Elder financial exploitation can be just as deadly as other forms of elder abuse, even if the full scope of harm is unreported and often invisible. Few people know that better than Karen Webber of Webber CPA, PLLC, one of the nation’s leading forensic accountants in the elder justice field.
Webber has led the way in educating law enforcement and adult protective service agencies about the intersection of forensic accounting and elder justice, developing and sharing tools to investigate and stop the financial abuse of older adults.
“Just as many social workers likely never had to take an accounting course in college, accountants likely never had to take a social work course,” Webber said. “But when these two very different fields come together and share their expertise on financial exploitation cases, magic happens. I mean real, life-changing action takes place for financial abuse victims, and we love participating in making it happen.”
Elder financial exploitation, or financial elder abuse, is the improper use of an individual’s funds, property or resources by another person, and it frequently occurs with other forms of physical abuse or neglect. Older adults may have assets or steady sources of income such as social security. But as their physical and mental abilities decline due to aging or illness, they typically are not be able to handle their finances as well as they used to – and exploiters take advantage of these circumstances.
That can mean almost anyone – a family member, friend, caregiver, new acquaitance, phone solicitor, anyone with fiduciary responsibilities, or even people helping around the house, like a plumber or a handyperson – if greedy, inclined and with access, can try to do nefarious of things, like steal cash, jewelry or other valuables, use a debit card or checkbook without permission or even live with the elder without paying expenses. It also can involve extortion, scams, identity theft or transfers of property from real estate to vehicles and weapons.
Filling A Need
Webber began her career at Monroe Community College with an associate degree in business administration with a focus in accounting. She went on to graduate with a Bachelor of Science in accounting and a master’s degree from the SUNY College of Brockport’s debut forensic accounting program. At 28, she was elected the youngest woman president of the college’s alumni association, and a year later, she became the youngest woman ever elected to the Board of Governors of the Genesee Valley Club, a formerly men-only social club started in 1885.
During her graduate program, Webber worked as an intern at Lifespan of Greater Rochester, which serves older adults in upstate New York. She saw social workers working on cases of financial exploitation of older adults but not being able to interpret banking activity or investment accounts to investigate them.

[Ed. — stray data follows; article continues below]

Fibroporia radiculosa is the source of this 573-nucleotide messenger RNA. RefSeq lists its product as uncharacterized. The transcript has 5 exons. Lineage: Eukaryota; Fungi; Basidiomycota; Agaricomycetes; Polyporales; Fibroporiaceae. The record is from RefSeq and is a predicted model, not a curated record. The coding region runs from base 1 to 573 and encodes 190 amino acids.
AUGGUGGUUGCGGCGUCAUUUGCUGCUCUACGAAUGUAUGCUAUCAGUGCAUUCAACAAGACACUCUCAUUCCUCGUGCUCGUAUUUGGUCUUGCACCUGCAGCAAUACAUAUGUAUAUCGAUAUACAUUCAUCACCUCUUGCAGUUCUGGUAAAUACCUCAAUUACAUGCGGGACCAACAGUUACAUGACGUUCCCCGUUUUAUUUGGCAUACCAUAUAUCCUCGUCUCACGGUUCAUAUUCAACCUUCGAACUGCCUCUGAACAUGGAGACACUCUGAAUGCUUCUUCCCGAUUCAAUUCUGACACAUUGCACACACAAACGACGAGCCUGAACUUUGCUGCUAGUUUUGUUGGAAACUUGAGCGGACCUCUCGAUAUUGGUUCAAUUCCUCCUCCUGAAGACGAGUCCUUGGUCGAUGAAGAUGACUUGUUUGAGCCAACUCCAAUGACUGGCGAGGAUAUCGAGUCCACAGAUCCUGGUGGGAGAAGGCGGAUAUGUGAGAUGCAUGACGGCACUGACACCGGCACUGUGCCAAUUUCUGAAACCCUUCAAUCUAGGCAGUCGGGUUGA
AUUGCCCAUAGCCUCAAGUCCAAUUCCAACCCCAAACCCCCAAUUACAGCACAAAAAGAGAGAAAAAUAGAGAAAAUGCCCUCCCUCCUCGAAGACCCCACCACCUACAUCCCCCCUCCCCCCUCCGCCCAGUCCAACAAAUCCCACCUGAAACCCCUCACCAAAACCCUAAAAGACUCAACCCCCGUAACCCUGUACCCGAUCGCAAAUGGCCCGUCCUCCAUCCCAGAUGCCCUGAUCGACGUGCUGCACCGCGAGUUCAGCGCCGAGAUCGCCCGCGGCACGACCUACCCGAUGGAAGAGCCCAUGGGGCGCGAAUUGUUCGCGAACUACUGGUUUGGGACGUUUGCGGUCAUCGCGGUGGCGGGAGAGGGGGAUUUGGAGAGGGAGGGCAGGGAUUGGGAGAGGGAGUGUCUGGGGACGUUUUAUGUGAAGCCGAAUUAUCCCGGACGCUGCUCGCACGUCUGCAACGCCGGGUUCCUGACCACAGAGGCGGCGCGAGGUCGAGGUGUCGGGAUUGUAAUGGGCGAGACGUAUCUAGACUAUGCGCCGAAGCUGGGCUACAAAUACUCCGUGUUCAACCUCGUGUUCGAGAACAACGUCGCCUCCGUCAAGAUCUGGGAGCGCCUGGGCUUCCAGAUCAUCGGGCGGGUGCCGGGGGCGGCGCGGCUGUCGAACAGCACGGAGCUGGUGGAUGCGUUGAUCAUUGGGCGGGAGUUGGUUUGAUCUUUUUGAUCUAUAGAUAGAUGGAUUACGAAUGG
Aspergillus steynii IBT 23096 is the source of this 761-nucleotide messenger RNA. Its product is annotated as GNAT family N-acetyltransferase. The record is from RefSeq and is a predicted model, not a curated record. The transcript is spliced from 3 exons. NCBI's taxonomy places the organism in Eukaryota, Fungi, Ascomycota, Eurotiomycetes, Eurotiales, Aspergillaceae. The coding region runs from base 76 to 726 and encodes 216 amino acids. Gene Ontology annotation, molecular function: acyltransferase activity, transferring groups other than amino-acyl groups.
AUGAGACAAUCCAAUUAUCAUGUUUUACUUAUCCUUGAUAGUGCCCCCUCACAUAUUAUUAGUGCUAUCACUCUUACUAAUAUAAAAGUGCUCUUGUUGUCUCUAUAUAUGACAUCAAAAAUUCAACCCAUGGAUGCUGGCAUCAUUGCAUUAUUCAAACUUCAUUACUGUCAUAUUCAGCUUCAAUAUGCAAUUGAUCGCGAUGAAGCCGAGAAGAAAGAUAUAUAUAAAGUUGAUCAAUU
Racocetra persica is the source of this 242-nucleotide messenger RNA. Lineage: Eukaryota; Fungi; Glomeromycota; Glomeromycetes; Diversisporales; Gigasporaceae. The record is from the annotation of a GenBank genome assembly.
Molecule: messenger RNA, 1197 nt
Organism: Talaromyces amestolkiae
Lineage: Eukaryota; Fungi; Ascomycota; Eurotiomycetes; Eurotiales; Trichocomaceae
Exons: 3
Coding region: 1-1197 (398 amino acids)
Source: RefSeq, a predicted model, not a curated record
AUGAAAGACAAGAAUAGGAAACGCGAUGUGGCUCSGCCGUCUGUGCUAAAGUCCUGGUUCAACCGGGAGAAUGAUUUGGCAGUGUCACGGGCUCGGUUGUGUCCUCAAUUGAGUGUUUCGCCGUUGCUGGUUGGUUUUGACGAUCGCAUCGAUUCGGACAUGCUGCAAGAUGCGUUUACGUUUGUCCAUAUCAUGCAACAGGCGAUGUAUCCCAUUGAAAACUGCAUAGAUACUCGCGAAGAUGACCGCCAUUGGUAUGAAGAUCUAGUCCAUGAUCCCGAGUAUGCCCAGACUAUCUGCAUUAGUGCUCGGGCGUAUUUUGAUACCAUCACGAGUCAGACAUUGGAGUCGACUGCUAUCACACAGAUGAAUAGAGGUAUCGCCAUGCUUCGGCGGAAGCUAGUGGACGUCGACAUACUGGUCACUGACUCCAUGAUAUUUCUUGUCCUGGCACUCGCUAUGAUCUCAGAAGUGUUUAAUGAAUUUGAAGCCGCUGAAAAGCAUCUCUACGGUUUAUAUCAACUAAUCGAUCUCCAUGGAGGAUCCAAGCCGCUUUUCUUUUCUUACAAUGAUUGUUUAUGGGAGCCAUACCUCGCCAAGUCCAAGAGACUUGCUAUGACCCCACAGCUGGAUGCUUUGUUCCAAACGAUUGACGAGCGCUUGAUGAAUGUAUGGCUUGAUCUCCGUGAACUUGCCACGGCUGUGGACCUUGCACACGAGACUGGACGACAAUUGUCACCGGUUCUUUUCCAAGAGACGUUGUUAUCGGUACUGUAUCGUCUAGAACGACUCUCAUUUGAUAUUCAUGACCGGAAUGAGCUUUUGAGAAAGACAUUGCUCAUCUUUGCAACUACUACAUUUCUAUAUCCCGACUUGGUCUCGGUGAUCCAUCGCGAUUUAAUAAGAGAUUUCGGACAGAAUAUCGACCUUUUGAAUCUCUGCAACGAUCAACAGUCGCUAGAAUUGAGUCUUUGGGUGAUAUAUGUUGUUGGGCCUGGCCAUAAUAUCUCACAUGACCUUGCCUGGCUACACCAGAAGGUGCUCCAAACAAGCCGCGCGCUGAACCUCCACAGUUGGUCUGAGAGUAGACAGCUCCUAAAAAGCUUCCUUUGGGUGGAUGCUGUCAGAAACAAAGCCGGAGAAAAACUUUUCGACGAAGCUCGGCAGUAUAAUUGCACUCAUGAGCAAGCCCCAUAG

That’s where Webber and her forensic accounting skills came in. Forensic accountants are usually certified public accountants with training on everything from basic personal finance — how to read bank statements and investment account statements — to complex real estate transactions. Red flags include negative cash flow in one or more accounts, increasing monthly/annual withdrawals over time, transfers to/from unknown accounts, and inconsistent or suspicious signatures on checks.
“The work was really awesome,” Webber said. “I sifted through hundreds of pages of documents and figure out how much money was taken, who did it, and how they did it. I was using my skills and education to really make a difference for people.”
Webber continued to work with Lifespan after graduation on nights and weekends and joined a regional public accounting firm’s forensic and litigation services division. She moved up to supervisor and developed relationships with the New York City Elder Abuse Center, among others. In 2015, at age 27 and inspired by her husband starting his own law practice, she established Webber CPA.
At the time, most district attorney offices in New York State had no forensic accountants on staff, and adult protective services case workers often lacked the education to investigate financial abuse cases or the resources to hire outside forensic accountants.
Webber began educating law enforcement and adult protective service agencies about what forensic accountants do and the value they provide. She also helped build tools — one more victim-focused, one more perpetrator-focused — to help them investigate financial abuse cases nationwide.
Her team, which has grown to seven full-time staff members, worked with the state Office of Children & Family Services Bureau to develop and pilot FEIST— Financial Exploitation Investigation Suite of Tools— to assist case workers at adult protective services sites. The tools contain eight steps and three decision points, along with a stand-alone form called “When and How to Refer A Case to a Forensic Accountant.” The FEIST pilot is in its final stages, and the tool is expected to be released this spring, Webber sai